Policy polarisation impact on mortgage adviser and property investor vote

October’s election will have the biggest impact on property investors and mortgage advisers in decades.

The difference in housing policies between Labour and National is a divide so deep it will take years to untangle.

During the past six years of the Labour’s turn at the helm, it has taken away the ability for investors to use mortgage interest payments against rental income for tax deduction purposes, extended the Brightline test to 10 years, banned no-cause rental terminations, limited rent increases to once a year, introduced Healthy Homes legislation, increased tax on trusts, which many investors use to hold property assets, and allowed three units of three storeys high each on almost any residential section across the country without resource consent.

National has vowed if it is elected it will reinstate the tax deduction on investment property, pull the Brightline test back to two years, reverse no-cause terminations and the near-automatic rollover of fixed term tenancies into periodic tenancies, and pull out of the bi-partisan agreement with Labour on housing intensification. It also intends to push for more greenfields development.

Polarisation in policies

Kiwi Mortgages principal Rakesh Bansal says property investors are keenly watching the lead-up to the election depending on which side of the fence they are on.

He says investors favouring National are quite optimistic things will change if the party is elected.

If the Government doesn’t change at the election, Bansal says, the property market recovery could be slower.

“Most of the market is governed by economic factors, just not political decisions. However, if Labour is elected again the recovery could be slower in terms of sentiment but if the economic indicators go northwards, there will be a recovery.”

Bansal says politicians can either add or subdue sentiment by their actions.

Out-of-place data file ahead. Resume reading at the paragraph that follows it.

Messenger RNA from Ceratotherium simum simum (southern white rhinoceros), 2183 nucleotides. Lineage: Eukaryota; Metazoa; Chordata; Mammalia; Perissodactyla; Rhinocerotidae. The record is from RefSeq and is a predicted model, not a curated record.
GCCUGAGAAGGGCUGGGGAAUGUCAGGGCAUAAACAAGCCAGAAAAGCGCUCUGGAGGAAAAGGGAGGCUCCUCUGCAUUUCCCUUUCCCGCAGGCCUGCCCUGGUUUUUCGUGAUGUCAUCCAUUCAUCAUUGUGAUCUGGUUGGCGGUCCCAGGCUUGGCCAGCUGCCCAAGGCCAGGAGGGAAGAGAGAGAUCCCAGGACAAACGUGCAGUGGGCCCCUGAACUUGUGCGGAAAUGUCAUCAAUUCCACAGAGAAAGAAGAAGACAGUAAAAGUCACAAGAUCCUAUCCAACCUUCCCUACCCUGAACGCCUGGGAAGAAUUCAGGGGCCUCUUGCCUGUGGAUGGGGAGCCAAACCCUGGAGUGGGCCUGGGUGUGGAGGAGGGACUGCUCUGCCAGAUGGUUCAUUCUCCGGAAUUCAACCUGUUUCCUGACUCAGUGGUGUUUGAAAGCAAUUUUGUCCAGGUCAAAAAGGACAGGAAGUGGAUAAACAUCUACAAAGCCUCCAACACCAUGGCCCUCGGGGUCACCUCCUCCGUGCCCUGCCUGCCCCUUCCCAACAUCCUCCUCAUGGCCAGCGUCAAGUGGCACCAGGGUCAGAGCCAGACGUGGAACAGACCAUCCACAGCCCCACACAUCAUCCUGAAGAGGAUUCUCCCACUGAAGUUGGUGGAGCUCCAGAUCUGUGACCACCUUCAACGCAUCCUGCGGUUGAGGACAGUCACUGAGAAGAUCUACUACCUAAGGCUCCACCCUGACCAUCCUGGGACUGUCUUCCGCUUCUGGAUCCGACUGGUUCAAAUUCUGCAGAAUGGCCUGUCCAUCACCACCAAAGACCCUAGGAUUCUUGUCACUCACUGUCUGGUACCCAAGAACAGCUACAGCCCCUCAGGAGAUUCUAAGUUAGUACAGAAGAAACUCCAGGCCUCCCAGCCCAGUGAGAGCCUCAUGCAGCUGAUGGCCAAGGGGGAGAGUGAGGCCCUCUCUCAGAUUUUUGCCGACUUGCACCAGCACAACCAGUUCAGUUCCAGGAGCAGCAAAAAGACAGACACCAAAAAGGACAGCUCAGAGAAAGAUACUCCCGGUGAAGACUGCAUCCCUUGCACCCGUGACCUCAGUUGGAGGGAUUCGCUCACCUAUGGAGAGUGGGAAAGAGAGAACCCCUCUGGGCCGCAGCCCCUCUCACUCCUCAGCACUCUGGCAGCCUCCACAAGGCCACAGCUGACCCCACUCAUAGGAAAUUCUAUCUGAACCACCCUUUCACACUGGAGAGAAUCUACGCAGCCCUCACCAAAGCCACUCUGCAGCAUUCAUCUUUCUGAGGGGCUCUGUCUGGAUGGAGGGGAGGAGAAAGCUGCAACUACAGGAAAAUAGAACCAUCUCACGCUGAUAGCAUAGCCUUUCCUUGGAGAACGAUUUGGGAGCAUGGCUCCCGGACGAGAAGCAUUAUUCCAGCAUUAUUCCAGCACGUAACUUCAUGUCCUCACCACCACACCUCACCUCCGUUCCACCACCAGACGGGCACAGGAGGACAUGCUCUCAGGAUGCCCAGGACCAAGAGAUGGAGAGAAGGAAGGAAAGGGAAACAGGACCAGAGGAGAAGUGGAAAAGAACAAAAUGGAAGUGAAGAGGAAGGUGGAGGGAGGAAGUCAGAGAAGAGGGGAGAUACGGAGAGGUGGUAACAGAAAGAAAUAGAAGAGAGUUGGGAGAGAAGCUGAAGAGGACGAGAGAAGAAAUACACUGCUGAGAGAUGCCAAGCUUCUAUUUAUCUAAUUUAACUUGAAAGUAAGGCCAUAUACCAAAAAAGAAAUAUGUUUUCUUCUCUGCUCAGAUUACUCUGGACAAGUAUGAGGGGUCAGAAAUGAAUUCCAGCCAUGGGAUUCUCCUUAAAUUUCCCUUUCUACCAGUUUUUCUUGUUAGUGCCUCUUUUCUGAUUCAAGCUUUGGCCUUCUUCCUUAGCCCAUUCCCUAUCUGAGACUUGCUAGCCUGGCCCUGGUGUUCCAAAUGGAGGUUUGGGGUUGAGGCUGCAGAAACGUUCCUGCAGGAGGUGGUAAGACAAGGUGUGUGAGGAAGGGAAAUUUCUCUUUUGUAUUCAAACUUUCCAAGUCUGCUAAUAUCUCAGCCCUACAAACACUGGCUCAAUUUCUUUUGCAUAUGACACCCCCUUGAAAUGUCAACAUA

Waiting to sell or hold

For iFind Property director and operations manager Nick Gentle the election will have the most effect of any ever held, for property investors and mortgage brokers.

Mortgage advisers have not escaped the aftermath of falling house sales with some exiting the industry as headwinds continue to hit the property market.

Some have had a more than 15% drop in settled loans, while the threat of recession and falling house prices has scared a lot of buyers off.

Investors are sitting on the fence waiting to sell or hold, Gentle says.

“It’s not just investor property holders, it’s builders, developers, everyone.

He says the biggest change investors want is the reversal of mortgage interest payments deductibility.

“Under Labour, for example if an investor has a new build and it is exempt from tax deductibility for 20 years, who are they going to sell it to at the end of 20 years because it no longer has any tax benefits. I think it lowers the value of everyone’s future assets.”

He says that the tax deductibility issue alone is turning people into one issue voters. It is probably what 300,000 voters will be doing after they get their accounting tax bills in the next three months and it will sting.

He doesn’t know how many investors will have to sell properties as the removal of tax deductibility is completed in two years, but he thinks quite a few.

If Labour is elected again, Gentle says it could possibly add more punishment and regulations against landlords, such as rent controls.

Shine back on property investment

Propertyscouts NZ director Ryan Weir says if the tax deductibility rules are changed under a National government, they will improve the cash flow for many investors. 

“Not only that, but it will put the shine back on property investment as an asset class because it has been getting hit time and time again by Labour policies,” he says. “It could also lead to higher prices as an asset class.”

He says it will also boost mortgage advisers, who recently will have been writing far fewer mortgages. “As they are paid on the number of mortgages they write they will be getting a bit of a pay cut.”

Weir says if Labour is re-elected it has underway the majority of housing legislation it wanted to make so he doesn’t think the party will have much more to introduce aside from the regulation of property managers.

“House prices will start to come back when the country has another Labour coalition, but not at the accelerated rate it would under a National-led Government. The changes in interest deductibility are such a game changer for investors”, he says.

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